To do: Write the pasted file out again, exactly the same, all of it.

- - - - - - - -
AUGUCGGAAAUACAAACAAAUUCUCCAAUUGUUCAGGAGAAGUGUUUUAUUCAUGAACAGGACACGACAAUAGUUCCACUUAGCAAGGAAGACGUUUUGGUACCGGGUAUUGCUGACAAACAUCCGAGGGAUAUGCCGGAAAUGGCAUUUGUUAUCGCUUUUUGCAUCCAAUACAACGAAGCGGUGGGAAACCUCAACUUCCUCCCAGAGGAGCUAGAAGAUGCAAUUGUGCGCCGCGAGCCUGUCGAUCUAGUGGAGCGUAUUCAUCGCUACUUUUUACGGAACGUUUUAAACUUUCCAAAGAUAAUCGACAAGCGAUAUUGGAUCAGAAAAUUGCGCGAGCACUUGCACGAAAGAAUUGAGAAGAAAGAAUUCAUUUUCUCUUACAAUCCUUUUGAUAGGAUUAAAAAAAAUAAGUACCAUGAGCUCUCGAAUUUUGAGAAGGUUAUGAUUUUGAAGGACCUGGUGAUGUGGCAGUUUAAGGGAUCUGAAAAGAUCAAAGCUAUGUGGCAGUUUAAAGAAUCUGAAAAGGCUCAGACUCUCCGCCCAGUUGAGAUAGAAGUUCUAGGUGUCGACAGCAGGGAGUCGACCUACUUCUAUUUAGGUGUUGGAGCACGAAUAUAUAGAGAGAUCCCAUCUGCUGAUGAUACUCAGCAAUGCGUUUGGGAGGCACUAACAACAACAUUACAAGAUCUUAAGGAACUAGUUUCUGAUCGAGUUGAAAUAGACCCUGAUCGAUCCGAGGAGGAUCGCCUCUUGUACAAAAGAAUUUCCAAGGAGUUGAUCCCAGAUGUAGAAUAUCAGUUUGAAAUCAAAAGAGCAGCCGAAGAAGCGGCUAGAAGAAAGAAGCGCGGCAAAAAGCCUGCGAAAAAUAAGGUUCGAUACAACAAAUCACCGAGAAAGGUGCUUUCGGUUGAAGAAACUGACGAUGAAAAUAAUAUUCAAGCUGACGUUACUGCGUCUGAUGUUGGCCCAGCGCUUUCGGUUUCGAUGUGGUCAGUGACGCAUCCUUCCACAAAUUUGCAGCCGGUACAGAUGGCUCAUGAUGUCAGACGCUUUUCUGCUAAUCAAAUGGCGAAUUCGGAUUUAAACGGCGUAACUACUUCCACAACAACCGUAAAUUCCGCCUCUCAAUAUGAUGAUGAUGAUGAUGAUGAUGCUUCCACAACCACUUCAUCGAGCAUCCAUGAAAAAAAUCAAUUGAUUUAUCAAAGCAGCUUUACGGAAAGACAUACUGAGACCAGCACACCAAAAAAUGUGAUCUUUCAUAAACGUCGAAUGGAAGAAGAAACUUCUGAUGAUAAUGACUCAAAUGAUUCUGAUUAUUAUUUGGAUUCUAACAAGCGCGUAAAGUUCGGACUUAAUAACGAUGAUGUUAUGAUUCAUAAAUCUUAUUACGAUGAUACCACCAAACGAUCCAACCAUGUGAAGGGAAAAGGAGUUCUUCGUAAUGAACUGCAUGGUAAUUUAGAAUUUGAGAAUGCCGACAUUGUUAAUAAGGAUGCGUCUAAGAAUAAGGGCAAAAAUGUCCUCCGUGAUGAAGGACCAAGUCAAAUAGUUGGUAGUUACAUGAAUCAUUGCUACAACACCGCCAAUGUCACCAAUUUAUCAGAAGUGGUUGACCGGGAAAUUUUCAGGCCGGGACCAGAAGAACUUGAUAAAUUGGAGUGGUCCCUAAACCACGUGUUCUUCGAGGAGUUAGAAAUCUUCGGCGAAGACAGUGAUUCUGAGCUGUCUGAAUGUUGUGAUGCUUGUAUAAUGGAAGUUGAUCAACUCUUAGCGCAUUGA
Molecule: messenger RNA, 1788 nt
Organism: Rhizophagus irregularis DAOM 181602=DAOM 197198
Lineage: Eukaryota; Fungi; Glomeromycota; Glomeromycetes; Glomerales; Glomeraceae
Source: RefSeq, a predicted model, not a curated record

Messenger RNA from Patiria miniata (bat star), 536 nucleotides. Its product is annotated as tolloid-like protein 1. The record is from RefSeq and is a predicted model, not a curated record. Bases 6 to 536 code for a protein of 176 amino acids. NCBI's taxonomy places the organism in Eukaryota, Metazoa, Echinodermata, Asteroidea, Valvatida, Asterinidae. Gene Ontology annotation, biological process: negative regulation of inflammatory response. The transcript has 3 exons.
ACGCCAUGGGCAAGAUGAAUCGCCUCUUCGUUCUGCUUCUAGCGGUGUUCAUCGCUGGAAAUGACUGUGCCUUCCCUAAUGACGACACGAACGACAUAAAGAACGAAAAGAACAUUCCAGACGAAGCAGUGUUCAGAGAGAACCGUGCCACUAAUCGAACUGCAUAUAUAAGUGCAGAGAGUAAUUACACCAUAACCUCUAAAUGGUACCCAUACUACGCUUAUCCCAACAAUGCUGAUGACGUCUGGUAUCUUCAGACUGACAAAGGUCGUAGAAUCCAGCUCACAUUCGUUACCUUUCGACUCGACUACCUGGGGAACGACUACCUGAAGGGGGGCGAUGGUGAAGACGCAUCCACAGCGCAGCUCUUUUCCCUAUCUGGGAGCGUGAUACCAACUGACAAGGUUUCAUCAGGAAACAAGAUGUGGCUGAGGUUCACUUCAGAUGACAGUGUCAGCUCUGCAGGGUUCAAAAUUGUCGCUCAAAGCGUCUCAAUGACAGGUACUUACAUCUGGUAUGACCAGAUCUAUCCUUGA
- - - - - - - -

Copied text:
AUGUCGGAAAUACAAACAAAUUCUCCAAUUGUUCAGGAGAAGUGUUUUAUUCAUGAACAGGACACGACAAUAGUUCCACUUAGCAAGGAAGACGUUUUGGUACCGGGUAUUGCUGACAAACAUCCGAGGGAUAUGCCGGAAAUGGCAUUUGUUAUCGCUUUUUGCAUCCAAUACAACGAAGCGGUGGGAAACCUCAACUUCCUCCCAGAGGAGCUAGAAGAUGCAAUUGUGCGCCGCGAGCCUGUCGAUCUAGUGGAGCGUAUUCAUCGCUACUUUUUACGGAACGUUUUAAACUUUCCAAAGAUAAUCGACAAGCGAUAUUGGAUCAGAAAAUUGCGCGAGCACUUGCACGAAAGAAUUGAGAAGAAAGAAUUCAUUUUCUCUUACAAUCCUUUUGAUAGGAUUAAAAAAAAUAAGUACCAUGAGCUCUCGAAUUUUGAGAAGGUUAUGAUUUUGAAGGACCUGGUGAUGUGGCAGUUUAAGGGAUCUGAAAAGAUCAAAGCUAUGUGGCAGUUUAAAGAAUCUGAAAAGGCUCAGACUCUCCGCCCAGUUGAGAUAGAAGUUCUAGGUGUCGACAGCAGGGAGUCGACCUACUUCUAUUUAGGUGUUGGAGCACGAAUAUAUAGAGAGAUCCCAUCUGCUGAUGAUACUCAGCAAUGCGUUUGGGAGGCACUAACAACAACAUUACAAGAUCUUAAGGAACUAGUUUCUGAUCGAGUUGAAAUAGACCCUGAUCGAUCCGAGGAGGAUCGCCUCUUGUACAAAAGAAUUUCCAAGGAGUUGAUCCCAGAUGUAGAAUAUCAGUUUGAAAUCAAAAGAGCAGCCGAAGAAGCGGCUAGAAGAAAGAAGCGCGGCAAAAAGCCUGCGAAAAAUAAGGUUCGAUACAACAAAUCACCGAGAAAGGUGCUUUCGGUUGAAGAAACUGACGAUGAAAAUAAUAUUCAAGCUGACGUUACUGCGUCUGAUGUUGGCCCAGCGCUUUCGGUUUCGAUGUGGUCAGUGACGCAUCCUUCCACAAAUUUGCAGCCGGUACAGAUGGCUCAUGAUGUCAGACGCUUUUCUGCUAAUCAAAUGGCGAAUUCGGAUUUAAACGGCGUAACUACUUCCACAACAACCGUAAAUUCCGCCUCUCAAUAUGAUGAUGAUGAUGAUGAUGAUGCUUCCACAACCACUUCAUCGAGCAUCCAUGAAAAAAAUCAAUUGAUUUAUCAAAGCAGCUUUACGGAAAGACAUACUGAGACCAGCACACCAAAAAAUGUGAUCUUUCAUAAACGUCGAAUGGAAGAAGAAACUUCUGAUGAUAAUGACUCAAAUGAUUCUGAUUAUUAUUUGGAUUCUAACAAGCGCGUAAAGUUCGGACUUAAUAACGAUGAUGUUAUGAUUCAUAAAUCUUAUUACGAUGAUACCACCAAACGAUCCAACCAUGUGAAGGGAAAAGGAGUUCUUCGUAAUGAACUGCAUGGUAAUUUAGAAUUUGAGAAUGCCGACAUUGUUAAUAAGGAUGCGUCUAAGAAUAAGGGCAAAAAUGUCCUCCGUGAUGAAGGACCAAGUCAAAUAGUUGGUAGUUACAUGAAUCAUUGCUACAACACCGCCAAUGUCACCAAUUUAUCAGAAGUGGUUGACCGGGAAAUUUUCAGGCCGGGACCAGAAGAACUUGAUAAAUUGGAGUGGUCCCUAAACCACGUGUUCUUCGAGGAGUUAGAAAUCUUCGGCGAAGACAGUGAUUCUGAGCUGUCUGAAUGUUGUGAUGCUUGUAUAAUGGAAGUUGAUCAACUCUUAGCGCAUUGA
Molecule: messenger RNA, 1788 nt
Organism: Rhizophagus irregularis DAOM 181602=DAOM 197198
Lineage: Eukaryota; Fungi; Glomeromycota; Glomeromycetes; Glomerales; Glomeraceae
Source: RefSeq, a predicted model, not a curated record

Messenger RNA from Patiria miniata (bat star), 536 nucleotides. Its product is annotated as tolloid-like protein 1. The record is from RefSeq and is a predicted model, not a curated record. Bases 6 to 536 code for a protein of 176 amino acids. NCBI's taxonomy places the organism in Eukaryota, Metazoa, Echinodermata, Asteroidea, Valvatida, Asterinidae. Gene Ontology annotation, biological process: negative regulation of inflammatory response. The transcript has 3 exons.
ACGCCAUGGGCAAGAUGAAUCGCCUCUUCGUUCUGCUUCUAGCGGUGUUCAUCGCUGGAAAUGACUGUGCCUUCCCUAAUGACGACACGAACGACAUAAAGAACGAAAAGAACAUUCCAGACGAAGCAGUGUUCAGAGAGAACCGUGCCACUAAUCGAACUGCAUAUAUAAGUGCAGAGAGUAAUUACACCAUAACCUCUAAAUGGUACCCAUACUACGCUUAUCCCAACAAUGCUGAUGACGUCUGGUAUCUUCAGACUGACAAAGGUCGUAGAAUCCAGCUCACAUUCGUUACCUUUCGACUCGACUACCUGGGGAACGACUACCUGAAGGGGGGCGAUGGUGAAGACGCAUCCACAGCGCAGCUCUUUUCCCUAUCUGGGAGCGUGAUACCAACUGACAAGGUUUCAUCAGGAAACAAGAUGUGGCUGAGGUUCACUUCAGAUGACAGUGUCAGCUCUGCAGGGUUCAAAAUUGUCGCUCAAAGCGUCUCAAUGACAGGUACUUACAUCUGGUAUGACCAGAUCUAUCCUUGA